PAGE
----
J3.4 Use of Micro-UAS for Estimation of Turbulent Surface Fluxes of Heat and Moisture

Wednesday, 25 January 2017: 9:15 AM
Conference Center: Skagit 2 (Washington State Convention Center )
Gijs de Boer, University of Colorado, Boulder, CO; and D. A. Lawrence, N. Curry, W. Finamore, B. Schmid, J. Hubbe, M. Hubbel, M. Hubbel, A. Bendure, G. Maclean, and S. Semmer

Unmanned aircraft systems (UAS) are beginning to see widespread use in observing the Earth system.  The range of scales in aircraft employed is large, ranging from 10s of centimeters to the NASA Global Hawk, with a wingspan of over 35 meters.  One of the most attractive classes of unmanned aircraft for reseach is the “micro” UAS class, consisting of vehicles in categories 1 or 2 of the latest Federal Aviation Administration guidelines, and including vehicles under five pounds of total weight.  One such platform is the University of Colorado DataHawk aircraft, with a wingspan of just over one meter, and a total weight under one kilogram.  This aircraft has been deployed around the world to make scientifically relevant measurements of the lower troposphere.  Its low cost (<$1000), ease of deployment and small operational footprint make it a flexible observational platform.

One of the most desirable measurements obtainable from such a vehicle is information on turbulent fluxes of heat and moisture at the Earth’s surface.  These measurements of the surface sensible and latent heat fluxes come with a variety of challenges related to instrument response times, accuracy and ability to fly in the correct location.  The DataHawk provides measurements of temperature (fast and slow), atmospheric humidity, pressure, winds, and surface temperature necessary to estimate the transfer of heat between the atmosphere and the underlying surface.  Additionally, this platform allows access to regions where it is difficult to deploy traditional flux measurement systems often deployed on towers, ships, or manned aircraft, with flights completed at altitudes as low as 2 m above the Earth's surface.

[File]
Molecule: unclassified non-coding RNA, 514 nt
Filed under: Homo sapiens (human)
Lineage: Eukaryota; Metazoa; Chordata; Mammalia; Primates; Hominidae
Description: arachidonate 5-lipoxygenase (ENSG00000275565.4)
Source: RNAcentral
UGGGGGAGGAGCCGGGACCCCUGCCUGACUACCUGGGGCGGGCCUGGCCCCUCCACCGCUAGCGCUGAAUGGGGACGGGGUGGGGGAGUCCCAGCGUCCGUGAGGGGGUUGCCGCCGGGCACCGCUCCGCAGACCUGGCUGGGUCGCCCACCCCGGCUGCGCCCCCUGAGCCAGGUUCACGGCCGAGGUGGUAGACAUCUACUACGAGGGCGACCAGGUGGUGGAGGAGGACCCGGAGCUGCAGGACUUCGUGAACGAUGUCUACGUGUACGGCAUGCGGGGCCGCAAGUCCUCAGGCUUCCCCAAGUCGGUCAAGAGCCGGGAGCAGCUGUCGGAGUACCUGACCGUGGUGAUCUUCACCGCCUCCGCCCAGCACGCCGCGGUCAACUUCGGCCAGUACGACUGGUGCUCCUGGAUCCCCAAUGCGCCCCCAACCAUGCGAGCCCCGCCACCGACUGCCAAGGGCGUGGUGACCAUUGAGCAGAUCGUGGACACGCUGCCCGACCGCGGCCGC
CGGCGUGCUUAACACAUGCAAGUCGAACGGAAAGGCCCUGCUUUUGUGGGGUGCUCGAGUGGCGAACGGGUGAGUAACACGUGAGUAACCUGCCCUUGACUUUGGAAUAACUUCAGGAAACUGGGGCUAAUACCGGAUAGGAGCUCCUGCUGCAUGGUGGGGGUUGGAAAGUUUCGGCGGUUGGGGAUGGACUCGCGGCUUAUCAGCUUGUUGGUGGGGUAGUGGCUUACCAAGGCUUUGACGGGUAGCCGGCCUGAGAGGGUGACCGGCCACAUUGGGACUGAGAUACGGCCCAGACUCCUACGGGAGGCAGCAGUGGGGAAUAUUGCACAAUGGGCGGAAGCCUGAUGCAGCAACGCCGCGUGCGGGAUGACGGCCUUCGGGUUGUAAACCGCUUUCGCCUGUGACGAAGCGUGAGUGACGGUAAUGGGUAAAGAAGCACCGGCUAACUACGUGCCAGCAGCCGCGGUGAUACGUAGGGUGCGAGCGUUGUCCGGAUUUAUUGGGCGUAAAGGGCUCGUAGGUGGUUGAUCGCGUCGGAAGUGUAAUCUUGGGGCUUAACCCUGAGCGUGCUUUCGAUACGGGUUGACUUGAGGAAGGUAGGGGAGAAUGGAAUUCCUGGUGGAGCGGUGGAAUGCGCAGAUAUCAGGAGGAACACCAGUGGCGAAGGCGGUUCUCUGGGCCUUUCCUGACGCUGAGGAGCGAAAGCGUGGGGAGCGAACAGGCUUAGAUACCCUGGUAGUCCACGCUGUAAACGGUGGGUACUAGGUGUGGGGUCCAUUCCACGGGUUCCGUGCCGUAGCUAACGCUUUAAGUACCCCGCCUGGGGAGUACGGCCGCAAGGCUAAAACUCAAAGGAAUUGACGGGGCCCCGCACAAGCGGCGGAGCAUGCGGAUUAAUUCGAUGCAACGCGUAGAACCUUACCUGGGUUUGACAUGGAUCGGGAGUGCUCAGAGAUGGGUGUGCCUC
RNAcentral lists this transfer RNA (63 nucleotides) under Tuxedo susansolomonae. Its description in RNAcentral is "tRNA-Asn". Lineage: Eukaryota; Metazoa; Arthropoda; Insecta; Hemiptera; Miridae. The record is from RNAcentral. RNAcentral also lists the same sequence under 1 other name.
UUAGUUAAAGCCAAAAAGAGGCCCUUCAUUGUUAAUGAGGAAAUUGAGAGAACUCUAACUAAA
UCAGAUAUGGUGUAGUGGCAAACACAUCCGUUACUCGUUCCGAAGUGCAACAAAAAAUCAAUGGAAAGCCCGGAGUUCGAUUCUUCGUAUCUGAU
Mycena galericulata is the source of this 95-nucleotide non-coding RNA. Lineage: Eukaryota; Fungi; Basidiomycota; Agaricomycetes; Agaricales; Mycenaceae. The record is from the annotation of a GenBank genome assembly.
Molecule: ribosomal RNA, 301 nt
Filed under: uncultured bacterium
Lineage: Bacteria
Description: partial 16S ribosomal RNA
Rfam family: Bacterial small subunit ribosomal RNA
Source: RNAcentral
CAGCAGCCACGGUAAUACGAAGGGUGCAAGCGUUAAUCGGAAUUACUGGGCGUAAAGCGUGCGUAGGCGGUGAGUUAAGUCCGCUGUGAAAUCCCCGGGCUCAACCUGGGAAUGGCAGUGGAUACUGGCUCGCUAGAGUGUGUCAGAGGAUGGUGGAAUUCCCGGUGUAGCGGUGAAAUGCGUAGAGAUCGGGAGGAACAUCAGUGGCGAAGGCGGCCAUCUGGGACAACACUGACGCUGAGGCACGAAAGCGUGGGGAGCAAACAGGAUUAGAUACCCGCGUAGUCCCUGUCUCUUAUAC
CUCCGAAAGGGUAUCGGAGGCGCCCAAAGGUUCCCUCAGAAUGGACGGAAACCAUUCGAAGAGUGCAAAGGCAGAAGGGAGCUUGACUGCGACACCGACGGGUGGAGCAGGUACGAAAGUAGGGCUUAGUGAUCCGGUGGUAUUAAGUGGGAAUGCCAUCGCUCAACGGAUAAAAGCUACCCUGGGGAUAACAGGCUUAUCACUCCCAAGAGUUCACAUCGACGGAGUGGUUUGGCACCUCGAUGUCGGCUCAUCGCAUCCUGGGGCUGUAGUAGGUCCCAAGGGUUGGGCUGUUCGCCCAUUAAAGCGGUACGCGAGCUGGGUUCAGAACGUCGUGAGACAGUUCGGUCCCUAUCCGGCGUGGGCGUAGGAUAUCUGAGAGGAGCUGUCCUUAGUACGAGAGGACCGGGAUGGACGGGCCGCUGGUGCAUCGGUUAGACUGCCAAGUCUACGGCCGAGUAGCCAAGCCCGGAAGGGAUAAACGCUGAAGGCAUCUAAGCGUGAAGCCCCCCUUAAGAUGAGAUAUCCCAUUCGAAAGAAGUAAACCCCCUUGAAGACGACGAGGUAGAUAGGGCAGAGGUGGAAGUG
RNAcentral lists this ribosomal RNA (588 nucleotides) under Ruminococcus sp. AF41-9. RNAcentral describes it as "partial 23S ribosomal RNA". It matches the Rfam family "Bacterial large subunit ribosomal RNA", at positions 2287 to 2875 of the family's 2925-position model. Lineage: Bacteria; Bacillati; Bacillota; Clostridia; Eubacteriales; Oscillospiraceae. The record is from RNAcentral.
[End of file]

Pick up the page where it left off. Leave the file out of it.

In this presentation, we will provide an overview of the measurement techniques applied to this platform and provide examples of flux measurements made.  This includes work spent characterizing and calibrating instrumentation, direct comparisons with traditional flux sensor packages, and examples of fluxes measured from a variety of locations.  This includes information on turbulent fluxes over a variety of Arctic surface types including thawed and frozen tundra, ponds, the Arctic Ocean and over sea ice, obtained during multiple deployments to the Oliktok Point facility on the North Slope of Alaska.  We will provide insight into the biggest challenges for flux estimation with these platforms, as well as a glimpse into new directions being pursued to improve measurement accuracy.

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